Wasps Spoil School Christmas Tree Fundraiser

Ben Abraham
Ben Abraham
Moana Pacatang
Moana Pacatang

HONOLULU INTERNATIONAL AIRPORT (KHNL) - Who knew five little insects could cause thousands of dollars in losses for students hoping to raise some money this Christmas.

The little buggers have spoiled their holiday fundraiser by stinging the pocket books of two local schools.

Students raised money by pre-selling Christmas trees through an Oregon company called Evergreen. But when the shipment arrived, inspectors rejected the trees, all because of four wasps and one hornet.

"We want our Christmas trees off that airplane," Ben Abraham with Kailua Christian Academy said after learning about the failed inspection.

Upset customers like Abraham never got to see the trees taken out of the Boeing 747 that flew the load to Honolulu International Airport on Thursday night.

"This island is so small, you do something wrong, people are going to know who you are. And I don't want them to know us for selling trees that were never good anyway," Abraham said.

Kailua Christian Academy is one of the schools banking on the trees to raise money. At Waialua High School, the rejected trees mean students won't see the $5,000 in pre-sales that they raised.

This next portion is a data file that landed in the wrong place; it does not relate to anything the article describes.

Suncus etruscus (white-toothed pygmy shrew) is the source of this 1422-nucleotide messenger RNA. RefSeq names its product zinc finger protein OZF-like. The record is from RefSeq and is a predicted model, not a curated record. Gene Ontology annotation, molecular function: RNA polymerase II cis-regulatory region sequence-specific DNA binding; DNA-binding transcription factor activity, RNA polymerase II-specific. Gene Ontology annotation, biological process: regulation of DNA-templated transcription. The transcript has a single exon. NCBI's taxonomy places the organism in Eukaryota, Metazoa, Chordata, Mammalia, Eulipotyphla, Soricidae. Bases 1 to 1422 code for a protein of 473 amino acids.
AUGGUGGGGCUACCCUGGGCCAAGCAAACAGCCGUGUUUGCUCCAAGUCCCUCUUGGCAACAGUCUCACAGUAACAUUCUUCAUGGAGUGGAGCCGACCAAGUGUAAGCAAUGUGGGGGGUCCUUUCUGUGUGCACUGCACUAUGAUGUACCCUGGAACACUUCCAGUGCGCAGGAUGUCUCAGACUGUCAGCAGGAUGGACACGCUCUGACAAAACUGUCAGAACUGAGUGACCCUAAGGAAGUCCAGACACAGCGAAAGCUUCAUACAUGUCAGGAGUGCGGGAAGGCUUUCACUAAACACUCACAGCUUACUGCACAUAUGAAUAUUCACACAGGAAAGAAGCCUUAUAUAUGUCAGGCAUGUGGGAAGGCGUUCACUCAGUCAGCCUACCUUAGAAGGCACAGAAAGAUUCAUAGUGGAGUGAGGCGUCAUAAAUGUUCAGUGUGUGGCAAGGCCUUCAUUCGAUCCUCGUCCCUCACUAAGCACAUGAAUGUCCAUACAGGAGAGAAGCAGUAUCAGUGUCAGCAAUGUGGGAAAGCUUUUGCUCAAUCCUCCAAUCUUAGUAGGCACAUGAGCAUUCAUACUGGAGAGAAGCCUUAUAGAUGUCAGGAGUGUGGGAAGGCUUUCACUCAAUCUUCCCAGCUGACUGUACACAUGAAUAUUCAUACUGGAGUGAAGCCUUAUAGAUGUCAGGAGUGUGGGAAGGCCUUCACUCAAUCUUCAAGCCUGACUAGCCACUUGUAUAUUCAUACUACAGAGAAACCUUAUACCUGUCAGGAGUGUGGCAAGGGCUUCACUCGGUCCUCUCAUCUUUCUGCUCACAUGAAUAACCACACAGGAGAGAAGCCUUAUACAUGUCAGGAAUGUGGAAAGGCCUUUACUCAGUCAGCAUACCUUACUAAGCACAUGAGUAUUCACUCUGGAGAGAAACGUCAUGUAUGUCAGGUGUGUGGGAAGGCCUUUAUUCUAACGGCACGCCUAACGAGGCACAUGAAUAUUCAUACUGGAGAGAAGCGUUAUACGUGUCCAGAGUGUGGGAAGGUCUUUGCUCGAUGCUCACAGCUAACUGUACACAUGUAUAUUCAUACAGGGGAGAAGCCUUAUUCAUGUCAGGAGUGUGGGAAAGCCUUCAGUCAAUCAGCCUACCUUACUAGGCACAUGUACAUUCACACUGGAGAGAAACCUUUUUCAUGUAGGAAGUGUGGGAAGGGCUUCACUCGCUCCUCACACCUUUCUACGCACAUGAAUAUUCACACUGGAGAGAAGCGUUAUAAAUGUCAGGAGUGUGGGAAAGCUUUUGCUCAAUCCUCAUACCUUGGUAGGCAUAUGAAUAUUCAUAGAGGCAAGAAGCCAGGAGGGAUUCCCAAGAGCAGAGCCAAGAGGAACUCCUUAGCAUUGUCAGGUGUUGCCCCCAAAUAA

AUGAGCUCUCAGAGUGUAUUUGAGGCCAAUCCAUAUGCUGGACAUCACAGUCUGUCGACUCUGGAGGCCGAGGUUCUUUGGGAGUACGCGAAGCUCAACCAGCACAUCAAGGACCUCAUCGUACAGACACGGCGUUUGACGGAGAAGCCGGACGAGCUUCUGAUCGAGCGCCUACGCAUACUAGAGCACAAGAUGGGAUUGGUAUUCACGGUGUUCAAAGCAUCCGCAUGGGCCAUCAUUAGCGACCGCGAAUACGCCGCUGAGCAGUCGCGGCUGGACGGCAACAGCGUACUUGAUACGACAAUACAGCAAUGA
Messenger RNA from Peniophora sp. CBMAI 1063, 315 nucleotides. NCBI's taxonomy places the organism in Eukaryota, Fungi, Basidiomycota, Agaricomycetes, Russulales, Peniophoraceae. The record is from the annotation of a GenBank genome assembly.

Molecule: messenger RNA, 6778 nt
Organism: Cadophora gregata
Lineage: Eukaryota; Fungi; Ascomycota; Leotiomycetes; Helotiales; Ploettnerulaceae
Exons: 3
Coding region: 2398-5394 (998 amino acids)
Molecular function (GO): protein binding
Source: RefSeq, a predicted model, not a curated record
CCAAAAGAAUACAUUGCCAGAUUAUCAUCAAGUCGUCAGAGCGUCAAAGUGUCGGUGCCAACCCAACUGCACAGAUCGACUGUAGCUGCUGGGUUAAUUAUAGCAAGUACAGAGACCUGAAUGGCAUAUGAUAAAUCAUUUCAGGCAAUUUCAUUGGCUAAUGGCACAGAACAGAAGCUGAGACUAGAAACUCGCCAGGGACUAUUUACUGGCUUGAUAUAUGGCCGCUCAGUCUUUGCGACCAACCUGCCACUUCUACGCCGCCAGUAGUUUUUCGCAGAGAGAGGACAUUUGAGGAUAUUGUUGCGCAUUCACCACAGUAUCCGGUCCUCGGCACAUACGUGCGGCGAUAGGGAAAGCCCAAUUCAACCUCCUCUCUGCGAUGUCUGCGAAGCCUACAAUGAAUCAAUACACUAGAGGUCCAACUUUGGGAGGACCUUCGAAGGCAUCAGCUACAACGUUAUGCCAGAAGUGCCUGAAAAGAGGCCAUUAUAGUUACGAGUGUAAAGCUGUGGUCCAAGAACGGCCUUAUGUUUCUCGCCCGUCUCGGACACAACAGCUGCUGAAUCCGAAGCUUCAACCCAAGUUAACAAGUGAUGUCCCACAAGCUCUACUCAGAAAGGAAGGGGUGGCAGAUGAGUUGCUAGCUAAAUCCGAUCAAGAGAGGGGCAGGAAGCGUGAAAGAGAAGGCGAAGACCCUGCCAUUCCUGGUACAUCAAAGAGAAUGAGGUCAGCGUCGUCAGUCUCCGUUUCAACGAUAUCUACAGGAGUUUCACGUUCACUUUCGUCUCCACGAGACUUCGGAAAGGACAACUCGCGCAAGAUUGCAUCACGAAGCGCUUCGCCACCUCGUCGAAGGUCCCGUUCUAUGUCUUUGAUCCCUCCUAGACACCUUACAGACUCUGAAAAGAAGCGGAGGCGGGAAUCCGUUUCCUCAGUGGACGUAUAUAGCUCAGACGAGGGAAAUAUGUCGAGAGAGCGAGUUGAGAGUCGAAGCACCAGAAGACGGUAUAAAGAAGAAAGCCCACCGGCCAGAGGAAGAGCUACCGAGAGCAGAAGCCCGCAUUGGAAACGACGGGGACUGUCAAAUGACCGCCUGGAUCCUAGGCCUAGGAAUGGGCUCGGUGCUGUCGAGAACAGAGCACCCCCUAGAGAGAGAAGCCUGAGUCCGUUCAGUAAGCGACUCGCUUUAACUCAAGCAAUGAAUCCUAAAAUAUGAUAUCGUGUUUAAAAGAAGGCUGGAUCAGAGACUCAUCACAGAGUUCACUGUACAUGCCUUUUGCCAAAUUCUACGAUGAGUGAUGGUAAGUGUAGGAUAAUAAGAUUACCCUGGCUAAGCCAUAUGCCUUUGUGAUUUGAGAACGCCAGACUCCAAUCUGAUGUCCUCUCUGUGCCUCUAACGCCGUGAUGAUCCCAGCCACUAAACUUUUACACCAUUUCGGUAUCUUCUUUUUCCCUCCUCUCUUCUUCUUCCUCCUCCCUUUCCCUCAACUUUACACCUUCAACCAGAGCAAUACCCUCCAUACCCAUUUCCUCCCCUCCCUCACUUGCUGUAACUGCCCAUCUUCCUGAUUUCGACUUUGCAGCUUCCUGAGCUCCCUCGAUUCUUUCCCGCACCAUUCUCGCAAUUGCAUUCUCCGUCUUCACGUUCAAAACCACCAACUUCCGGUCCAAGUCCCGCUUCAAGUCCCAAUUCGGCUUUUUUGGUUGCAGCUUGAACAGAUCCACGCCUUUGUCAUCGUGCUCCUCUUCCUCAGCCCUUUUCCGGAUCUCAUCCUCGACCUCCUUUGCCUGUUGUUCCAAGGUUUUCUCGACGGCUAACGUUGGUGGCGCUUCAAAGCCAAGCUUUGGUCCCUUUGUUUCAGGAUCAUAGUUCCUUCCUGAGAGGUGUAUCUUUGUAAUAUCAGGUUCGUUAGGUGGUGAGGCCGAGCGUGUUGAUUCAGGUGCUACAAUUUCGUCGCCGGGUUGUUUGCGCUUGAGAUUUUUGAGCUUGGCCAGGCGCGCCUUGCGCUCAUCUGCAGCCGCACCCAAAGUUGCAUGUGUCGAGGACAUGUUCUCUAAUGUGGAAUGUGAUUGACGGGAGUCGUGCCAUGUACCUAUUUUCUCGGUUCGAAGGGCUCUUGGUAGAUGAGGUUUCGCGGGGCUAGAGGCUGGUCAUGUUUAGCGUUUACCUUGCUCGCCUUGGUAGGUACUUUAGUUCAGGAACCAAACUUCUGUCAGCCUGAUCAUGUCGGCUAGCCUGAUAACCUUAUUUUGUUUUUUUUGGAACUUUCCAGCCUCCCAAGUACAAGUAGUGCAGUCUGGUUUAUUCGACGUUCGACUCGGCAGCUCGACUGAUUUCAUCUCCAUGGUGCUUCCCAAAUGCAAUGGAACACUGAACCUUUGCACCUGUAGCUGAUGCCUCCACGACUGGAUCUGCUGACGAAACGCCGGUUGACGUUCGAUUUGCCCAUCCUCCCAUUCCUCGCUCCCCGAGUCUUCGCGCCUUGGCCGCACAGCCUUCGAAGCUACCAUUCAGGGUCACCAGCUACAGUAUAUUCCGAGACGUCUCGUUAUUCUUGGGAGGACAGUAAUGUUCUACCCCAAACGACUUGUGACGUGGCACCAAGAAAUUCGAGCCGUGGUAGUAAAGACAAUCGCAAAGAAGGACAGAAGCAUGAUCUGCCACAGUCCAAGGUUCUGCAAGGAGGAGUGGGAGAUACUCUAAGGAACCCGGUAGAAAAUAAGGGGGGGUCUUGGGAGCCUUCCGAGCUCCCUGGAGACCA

"We were going to use it for activities that go on in school, homecoming and senior proms," said Moana Pacatang, the Parent Community Facilitator at Waialua High School.

The root of the bad shipment? Four wasps and one hornet, some dead, some alive. The big concern was that three of them were queen wasps. Inspectors didn't want to risk having colonies start in Hawaii.

"The Department of Agriculture, they're just doing their job. We can't blame them for doing their job and doing it well. We can't blame the company for having bees in Oregon, that's just the nature of the business," said Pacatang.

The Department of Agriculture considered fumigating the plane, but there were concerns chemicals would corrode the metal interior, leaving only one choice - fly the trees back to the mainland.

This is the first time a company has flown a full load of Christmas trees to Hawaii.

Last week, inspectors quarantined another load of trees, also because of wasps. But those arrived in Matson containers by boat.